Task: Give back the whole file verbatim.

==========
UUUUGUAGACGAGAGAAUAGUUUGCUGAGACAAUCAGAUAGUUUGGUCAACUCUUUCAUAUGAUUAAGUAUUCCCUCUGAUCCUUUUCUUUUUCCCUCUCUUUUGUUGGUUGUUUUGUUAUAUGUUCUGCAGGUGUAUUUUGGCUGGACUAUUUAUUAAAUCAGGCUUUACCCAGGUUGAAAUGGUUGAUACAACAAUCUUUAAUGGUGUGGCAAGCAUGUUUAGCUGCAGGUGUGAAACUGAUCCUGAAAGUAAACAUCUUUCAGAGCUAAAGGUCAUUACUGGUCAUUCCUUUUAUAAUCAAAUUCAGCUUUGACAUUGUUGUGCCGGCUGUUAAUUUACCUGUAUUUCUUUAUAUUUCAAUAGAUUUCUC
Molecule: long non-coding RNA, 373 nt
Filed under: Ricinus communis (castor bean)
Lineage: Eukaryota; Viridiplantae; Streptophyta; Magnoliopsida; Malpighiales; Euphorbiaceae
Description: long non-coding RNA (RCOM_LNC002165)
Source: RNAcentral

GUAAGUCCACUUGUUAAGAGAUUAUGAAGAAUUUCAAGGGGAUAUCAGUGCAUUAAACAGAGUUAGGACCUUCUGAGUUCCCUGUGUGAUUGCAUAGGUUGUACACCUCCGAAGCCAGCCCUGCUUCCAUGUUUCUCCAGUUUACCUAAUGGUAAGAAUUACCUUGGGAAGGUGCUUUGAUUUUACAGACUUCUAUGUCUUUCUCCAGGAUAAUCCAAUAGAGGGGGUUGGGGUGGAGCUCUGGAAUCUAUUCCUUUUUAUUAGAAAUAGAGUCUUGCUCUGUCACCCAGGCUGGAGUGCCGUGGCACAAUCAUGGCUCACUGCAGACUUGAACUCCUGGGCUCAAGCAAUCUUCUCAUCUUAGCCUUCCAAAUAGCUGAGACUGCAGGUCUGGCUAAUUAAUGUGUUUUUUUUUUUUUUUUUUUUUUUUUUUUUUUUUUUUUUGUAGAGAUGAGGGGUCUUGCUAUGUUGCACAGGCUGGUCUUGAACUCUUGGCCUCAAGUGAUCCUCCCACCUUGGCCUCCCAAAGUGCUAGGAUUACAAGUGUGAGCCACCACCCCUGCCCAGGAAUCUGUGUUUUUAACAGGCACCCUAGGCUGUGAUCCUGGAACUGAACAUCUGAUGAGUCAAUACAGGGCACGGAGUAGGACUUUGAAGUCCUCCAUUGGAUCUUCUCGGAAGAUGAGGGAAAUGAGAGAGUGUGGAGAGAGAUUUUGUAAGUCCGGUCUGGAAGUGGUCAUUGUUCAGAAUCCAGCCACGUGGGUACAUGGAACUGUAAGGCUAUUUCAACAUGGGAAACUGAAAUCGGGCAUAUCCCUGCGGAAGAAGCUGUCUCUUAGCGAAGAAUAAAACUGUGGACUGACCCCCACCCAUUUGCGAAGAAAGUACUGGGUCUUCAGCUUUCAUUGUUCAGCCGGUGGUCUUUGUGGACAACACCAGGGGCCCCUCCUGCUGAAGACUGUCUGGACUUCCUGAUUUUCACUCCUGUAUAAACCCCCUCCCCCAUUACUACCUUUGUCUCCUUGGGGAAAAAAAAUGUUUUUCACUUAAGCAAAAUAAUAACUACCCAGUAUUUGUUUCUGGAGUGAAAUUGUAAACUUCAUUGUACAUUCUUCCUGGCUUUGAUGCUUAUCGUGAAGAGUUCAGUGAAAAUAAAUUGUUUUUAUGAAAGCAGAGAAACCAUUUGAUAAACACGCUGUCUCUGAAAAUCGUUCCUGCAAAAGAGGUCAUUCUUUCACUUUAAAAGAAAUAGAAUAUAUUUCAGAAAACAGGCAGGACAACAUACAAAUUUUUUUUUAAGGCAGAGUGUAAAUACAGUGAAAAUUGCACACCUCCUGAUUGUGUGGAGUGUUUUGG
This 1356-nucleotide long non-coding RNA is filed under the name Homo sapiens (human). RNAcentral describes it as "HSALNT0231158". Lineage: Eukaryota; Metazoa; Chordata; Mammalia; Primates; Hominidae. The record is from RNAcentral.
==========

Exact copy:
UUUUGUAGACGAGAGAAUAGUUUGCUGAGACAAUCAGAUAGUUUGGUCAACUCUUUCAUAUGAUUAAGUAUUCCCUCUGAUCCUUUUCUUUUUCCCUCUCUUUUGUUGGUUGUUUUGUUAUAUGUUCUGCAGGUGUAUUUUGGCUGGACUAUUUAUUAAAUCAGGCUUUACCCAGGUUGAAAUGGUUGAUACAACAAUCUUUAAUGGUGUGGCAAGCAUGUUUAGCUGCAGGUGUGAAACUGAUCCUGAAAGUAAACAUCUUUCAGAGCUAAAGGUCAUUACUGGUCAUUCCUUUUAUAAUCAAAUUCAGCUUUGACAUUGUUGUGCCGGCUGUUAAUUUACCUGUAUUUCUUUAUAUUUCAAUAGAUUUCUC
Molecule: long non-coding RNA, 373 nt
Filed under: Ricinus communis (castor bean)
Lineage: Eukaryota; Viridiplantae; Streptophyta; Magnoliopsida; Malpighiales; Euphorbiaceae
Description: long non-coding RNA (RCOM_LNC002165)
Source: RNAcentral

GUAAGUCCACUUGUUAAGAGAUUAUGAAGAAUUUCAAGGGGAUAUCAGUGCAUUAAACAGAGUUAGGACCUUCUGAGUUCCCUGUGUGAUUGCAUAGGUUGUACACCUCCGAAGCCAGCCCUGCUUCCAUGUUUCUCCAGUUUACCUAAUGGUAAGAAUUACCUUGGGAAGGUGCUUUGAUUUUACAGACUUCUAUGUCUUUCUCCAGGAUAAUCCAAUAGAGGGGGUUGGGGUGGAGCUCUGGAAUCUAUUCCUUUUUAUUAGAAAUAGAGUCUUGCUCUGUCACCCAGGCUGGAGUGCCGUGGCACAAUCAUGGCUCACUGCAGACUUGAACUCCUGGGCUCAAGCAAUCUUCUCAUCUUAGCCUUCCAAAUAGCUGAGACUGCAGGUCUGGCUAAUUAAUGUGUUUUUUUUUUUUUUUUUUUUUUUUUUUUUUUUUUUUUUGUAGAGAUGAGGGGUCUUGCUAUGUUGCACAGGCUGGUCUUGAACUCUUGGCCUCAAGUGAUCCUCCCACCUUGGCCUCCCAAAGUGCUAGGAUUACAAGUGUGAGCCACCACCCCUGCCCAGGAAUCUGUGUUUUUAACAGGCACCCUAGGCUGUGAUCCUGGAACUGAACAUCUGAUGAGUCAAUACAGGGCACGGAGUAGGACUUUGAAGUCCUCCAUUGGAUCUUCUCGGAAGAUGAGGGAAAUGAGAGAGUGUGGAGAGAGAUUUUGUAAGUCCGGUCUGGAAGUGGUCAUUGUUCAGAAUCCAGCCACGUGGGUACAUGGAACUGUAAGGCUAUUUCAACAUGGGAAACUGAAAUCGGGCAUAUCCCUGCGGAAGAAGCUGUCUCUUAGCGAAGAAUAAAACUGUGGACUGACCCCCACCCAUUUGCGAAGAAAGUACUGGGUCUUCAGCUUUCAUUGUUCAGCCGGUGGUCUUUGUGGACAACACCAGGGGCCCCUCCUGCUGAAGACUGUCUGGACUUCCUGAUUUUCACUCCUGUAUAAACCCCCUCCCCCAUUACUACCUUUGUCUCCUUGGGGAAAAAAAAUGUUUUUCACUUAAGCAAAAUAAUAACUACCCAGUAUUUGUUUCUGGAGUGAAAUUGUAAACUUCAUUGUACAUUCUUCCUGGCUUUGAUGCUUAUCGUGAAGAGUUCAGUGAAAAUAAAUUGUUUUUAUGAAAGCAGAGAAACCAUUUGAUAAACACGCUGUCUCUGAAAAUCGUUCCUGCAAAAGAGGUCAUUCUUUCACUUUAAAAGAAAUAGAAUAUAUUUCAGAAAACAGGCAGGACAACAUACAAAUUUUUUUUUAAGGCAGAGUGUAAAUACAGUGAAAAUUGCACACCUCCUGAUUGUGUGGAGUGUUUUGG
This 1356-nucleotide long non-coding RNA is filed under the name Homo sapiens (human). RNAcentral describes it as "HSALNT0231158". Lineage: Eukaryota; Metazoa; Chordata; Mammalia; Primates; Hominidae. The record is from RNAcentral.